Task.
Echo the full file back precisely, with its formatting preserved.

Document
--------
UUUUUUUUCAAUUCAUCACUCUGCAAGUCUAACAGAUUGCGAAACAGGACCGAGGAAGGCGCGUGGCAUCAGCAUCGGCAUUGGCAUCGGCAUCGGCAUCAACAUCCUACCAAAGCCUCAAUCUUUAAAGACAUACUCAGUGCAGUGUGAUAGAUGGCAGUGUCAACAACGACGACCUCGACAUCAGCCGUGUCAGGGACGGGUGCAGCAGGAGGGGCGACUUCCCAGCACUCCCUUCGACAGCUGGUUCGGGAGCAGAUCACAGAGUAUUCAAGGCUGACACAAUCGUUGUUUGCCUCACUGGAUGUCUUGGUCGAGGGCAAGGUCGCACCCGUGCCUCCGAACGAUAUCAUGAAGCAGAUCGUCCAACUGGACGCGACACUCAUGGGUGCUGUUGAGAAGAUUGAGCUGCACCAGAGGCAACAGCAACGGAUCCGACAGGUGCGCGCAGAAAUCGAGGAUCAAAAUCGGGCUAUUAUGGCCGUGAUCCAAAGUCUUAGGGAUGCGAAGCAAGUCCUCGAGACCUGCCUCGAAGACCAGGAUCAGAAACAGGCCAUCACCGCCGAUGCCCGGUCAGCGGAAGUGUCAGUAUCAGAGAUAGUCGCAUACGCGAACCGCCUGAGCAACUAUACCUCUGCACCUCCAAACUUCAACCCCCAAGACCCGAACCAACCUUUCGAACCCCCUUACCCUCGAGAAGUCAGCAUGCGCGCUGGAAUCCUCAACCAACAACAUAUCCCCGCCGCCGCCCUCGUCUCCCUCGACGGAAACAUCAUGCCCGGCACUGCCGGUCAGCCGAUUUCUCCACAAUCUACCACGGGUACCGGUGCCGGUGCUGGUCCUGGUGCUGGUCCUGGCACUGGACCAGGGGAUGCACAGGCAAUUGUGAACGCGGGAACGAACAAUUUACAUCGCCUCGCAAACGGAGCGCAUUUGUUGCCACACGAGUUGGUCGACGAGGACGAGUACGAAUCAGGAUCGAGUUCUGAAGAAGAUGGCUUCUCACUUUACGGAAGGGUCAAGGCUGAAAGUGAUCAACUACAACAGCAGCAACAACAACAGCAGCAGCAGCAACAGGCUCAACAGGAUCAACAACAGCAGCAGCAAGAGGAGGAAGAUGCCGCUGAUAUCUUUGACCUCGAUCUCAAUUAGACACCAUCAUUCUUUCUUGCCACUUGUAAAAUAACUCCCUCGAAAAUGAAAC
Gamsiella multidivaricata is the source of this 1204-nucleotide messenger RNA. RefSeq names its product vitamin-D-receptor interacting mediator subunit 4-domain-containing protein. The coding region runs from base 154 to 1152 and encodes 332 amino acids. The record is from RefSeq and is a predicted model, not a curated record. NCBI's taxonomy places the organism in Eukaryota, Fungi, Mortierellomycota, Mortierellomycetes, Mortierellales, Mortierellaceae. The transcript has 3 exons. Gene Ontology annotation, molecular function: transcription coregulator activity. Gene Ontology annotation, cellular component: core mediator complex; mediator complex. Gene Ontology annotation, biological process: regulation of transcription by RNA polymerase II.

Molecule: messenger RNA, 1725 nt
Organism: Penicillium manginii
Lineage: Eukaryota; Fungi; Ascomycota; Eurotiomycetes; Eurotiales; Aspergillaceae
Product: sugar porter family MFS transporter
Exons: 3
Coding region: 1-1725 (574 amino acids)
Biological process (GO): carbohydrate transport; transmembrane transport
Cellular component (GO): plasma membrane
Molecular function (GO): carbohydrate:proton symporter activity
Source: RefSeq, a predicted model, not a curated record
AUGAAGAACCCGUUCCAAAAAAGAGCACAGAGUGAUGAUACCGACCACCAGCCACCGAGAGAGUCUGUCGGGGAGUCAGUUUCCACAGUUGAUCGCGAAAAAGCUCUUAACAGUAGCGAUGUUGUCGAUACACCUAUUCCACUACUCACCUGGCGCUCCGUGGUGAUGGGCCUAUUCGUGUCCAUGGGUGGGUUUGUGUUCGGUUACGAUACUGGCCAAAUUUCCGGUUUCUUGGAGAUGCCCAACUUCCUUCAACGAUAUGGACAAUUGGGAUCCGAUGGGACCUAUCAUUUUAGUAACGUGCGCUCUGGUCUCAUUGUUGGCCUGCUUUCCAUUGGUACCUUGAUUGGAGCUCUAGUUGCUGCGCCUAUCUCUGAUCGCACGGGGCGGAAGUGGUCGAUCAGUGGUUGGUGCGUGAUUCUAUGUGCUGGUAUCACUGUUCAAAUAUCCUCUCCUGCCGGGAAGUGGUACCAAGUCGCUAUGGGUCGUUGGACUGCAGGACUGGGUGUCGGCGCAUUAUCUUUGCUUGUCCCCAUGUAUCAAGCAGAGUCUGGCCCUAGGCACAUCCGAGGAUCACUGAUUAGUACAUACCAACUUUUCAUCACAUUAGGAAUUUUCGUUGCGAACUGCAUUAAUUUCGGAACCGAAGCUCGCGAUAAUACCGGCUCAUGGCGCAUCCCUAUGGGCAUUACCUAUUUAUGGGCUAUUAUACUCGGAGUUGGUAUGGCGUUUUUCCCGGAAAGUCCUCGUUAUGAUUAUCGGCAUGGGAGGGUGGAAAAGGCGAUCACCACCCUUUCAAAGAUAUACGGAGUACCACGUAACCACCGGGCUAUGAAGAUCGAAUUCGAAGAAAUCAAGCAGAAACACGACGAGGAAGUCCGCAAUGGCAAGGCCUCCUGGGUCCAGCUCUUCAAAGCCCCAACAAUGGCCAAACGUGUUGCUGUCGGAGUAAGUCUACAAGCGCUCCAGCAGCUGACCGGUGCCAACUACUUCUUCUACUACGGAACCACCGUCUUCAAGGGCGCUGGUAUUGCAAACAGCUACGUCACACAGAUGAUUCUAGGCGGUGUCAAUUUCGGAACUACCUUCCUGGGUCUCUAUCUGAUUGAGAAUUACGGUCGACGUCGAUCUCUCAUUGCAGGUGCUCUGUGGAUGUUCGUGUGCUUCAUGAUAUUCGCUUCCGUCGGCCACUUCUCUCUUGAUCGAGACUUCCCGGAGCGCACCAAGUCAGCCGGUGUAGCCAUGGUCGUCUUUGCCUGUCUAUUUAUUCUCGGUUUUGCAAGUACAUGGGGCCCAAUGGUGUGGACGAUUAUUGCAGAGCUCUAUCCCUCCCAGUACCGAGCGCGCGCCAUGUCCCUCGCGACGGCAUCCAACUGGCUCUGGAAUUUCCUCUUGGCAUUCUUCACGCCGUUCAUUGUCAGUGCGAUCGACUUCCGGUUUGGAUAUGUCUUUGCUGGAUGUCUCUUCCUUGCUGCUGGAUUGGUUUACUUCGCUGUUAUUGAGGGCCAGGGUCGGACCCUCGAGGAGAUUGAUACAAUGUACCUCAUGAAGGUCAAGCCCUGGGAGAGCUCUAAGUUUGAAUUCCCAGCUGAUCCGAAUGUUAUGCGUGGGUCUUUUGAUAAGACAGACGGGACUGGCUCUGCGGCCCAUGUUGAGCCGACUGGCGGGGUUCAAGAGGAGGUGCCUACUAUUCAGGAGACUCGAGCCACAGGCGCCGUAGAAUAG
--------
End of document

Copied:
UUUUUUUUCAAUUCAUCACUCUGCAAGUCUAACAGAUUGCGAAACAGGACCGAGGAAGGCGCGUGGCAUCAGCAUCGGCAUUGGCAUCGGCAUCGGCAUCAACAUCCUACCAAAGCCUCAAUCUUUAAAGACAUACUCAGUGCAGUGUGAUAGAUGGCAGUGUCAACAACGACGACCUCGACAUCAGCCGUGUCAGGGACGGGUGCAGCAGGAGGGGCGACUUCCCAGCACUCCCUUCGACAGCUGGUUCGGGAGCAGAUCACAGAGUAUUCAAGGCUGACACAAUCGUUGUUUGCCUCACUGGAUGUCUUGGUCGAGGGCAAGGUCGCACCCGUGCCUCCGAACGAUAUCAUGAAGCAGAUCGUCCAACUGGACGCGACACUCAUGGGUGCUGUUGAGAAGAUUGAGCUGCACCAGAGGCAACAGCAACGGAUCCGACAGGUGCGCGCAGAAAUCGAGGAUCAAAAUCGGGCUAUUAUGGCCGUGAUCCAAAGUCUUAGGGAUGCGAAGCAAGUCCUCGAGACCUGCCUCGAAGACCAGGAUCAGAAACAGGCCAUCACCGCCGAUGCCCGGUCAGCGGAAGUGUCAGUAUCAGAGAUAGUCGCAUACGCGAACCGCCUGAGCAACUAUACCUCUGCACCUCCAAACUUCAACCCCCAAGACCCGAACCAACCUUUCGAACCCCCUUACCCUCGAGAAGUCAGCAUGCGCGCUGGAAUCCUCAACCAACAACAUAUCCCCGCCGCCGCCCUCGUCUCCCUCGACGGAAACAUCAUGCCCGGCACUGCCGGUCAGCCGAUUUCUCCACAAUCUACCACGGGUACCGGUGCCGGUGCUGGUCCUGGUGCUGGUCCUGGCACUGGACCAGGGGAUGCACAGGCAAUUGUGAACGCGGGAACGAACAAUUUACAUCGCCUCGCAAACGGAGCGCAUUUGUUGCCACACGAGUUGGUCGACGAGGACGAGUACGAAUCAGGAUCGAGUUCUGAAGAAGAUGGCUUCUCACUUUACGGAAGGGUCAAGGCUGAAAGUGAUCAACUACAACAGCAGCAACAACAACAGCAGCAGCAGCAACAGGCUCAACAGGAUCAACAACAGCAGCAGCAAGAGGAGGAAGAUGCCGCUGAUAUCUUUGACCUCGAUCUCAAUUAGACACCAUCAUUCUUUCUUGCCACUUGUAAAAUAACUCCCUCGAAAAUGAAAC
Gamsiella multidivaricata is the source of this 1204-nucleotide messenger RNA. RefSeq names its product vitamin-D-receptor interacting mediator subunit 4-domain-containing protein. The coding region runs from base 154 to 1152 and encodes 332 amino acids. The record is from RefSeq and is a predicted model, not a curated record. NCBI's taxonomy places the organism in Eukaryota, Fungi, Mortierellomycota, Mortierellomycetes, Mortierellales, Mortierellaceae. The transcript has 3 exons. Gene Ontology annotation, molecular function: transcription coregulator activity. Gene Ontology annotation, cellular component: core mediator complex; mediator complex. Gene Ontology annotation, biological process: regulation of transcription by RNA polymerase II.

Molecule: messenger RNA, 1725 nt
Organism: Penicillium manginii
Lineage: Eukaryota; Fungi; Ascomycota; Eurotiomycetes; Eurotiales; Aspergillaceae
Product: sugar porter family MFS transporter
Exons: 3
Coding region: 1-1725 (574 amino acids)
Biological process (GO): carbohydrate transport; transmembrane transport
Cellular component (GO): plasma membrane
Molecular function (GO): carbohydrate:proton symporter activity
Source: RefSeq, a predicted model, not a curated record
AUGAAGAACCCGUUCCAAAAAAGAGCACAGAGUGAUGAUACCGACCACCAGCCACCGAGAGAGUCUGUCGGGGAGUCAGUUUCCACAGUUGAUCGCGAAAAAGCUCUUAACAGUAGCGAUGUUGUCGAUACACCUAUUCCACUACUCACCUGGCGCUCCGUGGUGAUGGGCCUAUUCGUGUCCAUGGGUGGGUUUGUGUUCGGUUACGAUACUGGCCAAAUUUCCGGUUUCUUGGAGAUGCCCAACUUCCUUCAACGAUAUGGACAAUUGGGAUCCGAUGGGACCUAUCAUUUUAGUAACGUGCGCUCUGGUCUCAUUGUUGGCCUGCUUUCCAUUGGUACCUUGAUUGGAGCUCUAGUUGCUGCGCCUAUCUCUGAUCGCACGGGGCGGAAGUGGUCGAUCAGUGGUUGGUGCGUGAUUCUAUGUGCUGGUAUCACUGUUCAAAUAUCCUCUCCUGCCGGGAAGUGGUACCAAGUCGCUAUGGGUCGUUGGACUGCAGGACUGGGUGUCGGCGCAUUAUCUUUGCUUGUCCCCAUGUAUCAAGCAGAGUCUGGCCCUAGGCACAUCCGAGGAUCACUGAUUAGUACAUACCAACUUUUCAUCACAUUAGGAAUUUUCGUUGCGAACUGCAUUAAUUUCGGAACCGAAGCUCGCGAUAAUACCGGCUCAUGGCGCAUCCCUAUGGGCAUUACCUAUUUAUGGGCUAUUAUACUCGGAGUUGGUAUGGCGUUUUUCCCGGAAAGUCCUCGUUAUGAUUAUCGGCAUGGGAGGGUGGAAAAGGCGAUCACCACCCUUUCAAAGAUAUACGGAGUACCACGUAACCACCGGGCUAUGAAGAUCGAAUUCGAAGAAAUCAAGCAGAAACACGACGAGGAAGUCCGCAAUGGCAAGGCCUCCUGGGUCCAGCUCUUCAAAGCCCCAACAAUGGCCAAACGUGUUGCUGUCGGAGUAAGUCUACAAGCGCUCCAGCAGCUGACCGGUGCCAACUACUUCUUCUACUACGGAACCACCGUCUUCAAGGGCGCUGGUAUUGCAAACAGCUACGUCACACAGAUGAUUCUAGGCGGUGUCAAUUUCGGAACUACCUUCCUGGGUCUCUAUCUGAUUGAGAAUUACGGUCGACGUCGAUCUCUCAUUGCAGGUGCUCUGUGGAUGUUCGUGUGCUUCAUGAUAUUCGCUUCCGUCGGCCACUUCUCUCUUGAUCGAGACUUCCCGGAGCGCACCAAGUCAGCCGGUGUAGCCAUGGUCGUCUUUGCCUGUCUAUUUAUUCUCGGUUUUGCAAGUACAUGGGGCCCAAUGGUGUGGACGAUUAUUGCAGAGCUCUAUCCCUCCCAGUACCGAGCGCGCGCCAUGUCCCUCGCGACGGCAUCCAACUGGCUCUGGAAUUUCCUCUUGGCAUUCUUCACGCCGUUCAUUGUCAGUGCGAUCGACUUCCGGUUUGGAUAUGUCUUUGCUGGAUGUCUCUUCCUUGCUGCUGGAUUGGUUUACUUCGCUGUUAUUGAGGGCCAGGGUCGGACCCUCGAGGAGAUUGAUACAAUGUACCUCAUGAAGGUCAAGCCCUGGGAGAGCUCUAAGUUUGAAUUCCCAGCUGAUCCGAAUGUUAUGCGUGGGUCUUUUGAUAAGACAGACGGGACUGGCUCUGCGGCCCAUGUUGAGCCGACUGGCGGGGUUCAAGAGGAGGUGCCUACUAUUCAGGAGACUCGAGCCACAGGCGCCGUAGAAUAG